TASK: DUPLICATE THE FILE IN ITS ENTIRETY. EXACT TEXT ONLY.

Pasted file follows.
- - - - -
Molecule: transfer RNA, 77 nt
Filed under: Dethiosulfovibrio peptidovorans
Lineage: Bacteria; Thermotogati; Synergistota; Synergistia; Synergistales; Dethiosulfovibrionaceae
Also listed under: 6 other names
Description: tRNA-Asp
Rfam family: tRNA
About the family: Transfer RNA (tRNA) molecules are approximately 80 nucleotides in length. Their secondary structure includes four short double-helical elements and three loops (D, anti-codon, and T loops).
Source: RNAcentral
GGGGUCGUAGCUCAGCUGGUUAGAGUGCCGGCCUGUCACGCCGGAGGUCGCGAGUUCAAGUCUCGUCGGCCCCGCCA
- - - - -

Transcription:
Molecule: transfer RNA, 77 nt
Filed under: Dethiosulfovibrio peptidovorans
Lineage: Bacteria; Thermotogati; Synergistota; Synergistia; Synergistales; Dethiosulfovibrionaceae
Also listed under: 6 other names
Description: tRNA-Asp
Rfam family: tRNA
About the family: Transfer RNA (tRNA) molecules are approximately 80 nucleotides in length. Their secondary structure includes four short double-helical elements and three loops (D, anti-codon, and T loops).
Source: RNAcentral
GGGGUCGUAGCUCAGCUGGUUAGAGUGCCGGCCUGUCACGCCGGAGGUCGCGAGUUCAAGUCUCGUCGGCCCCGCCA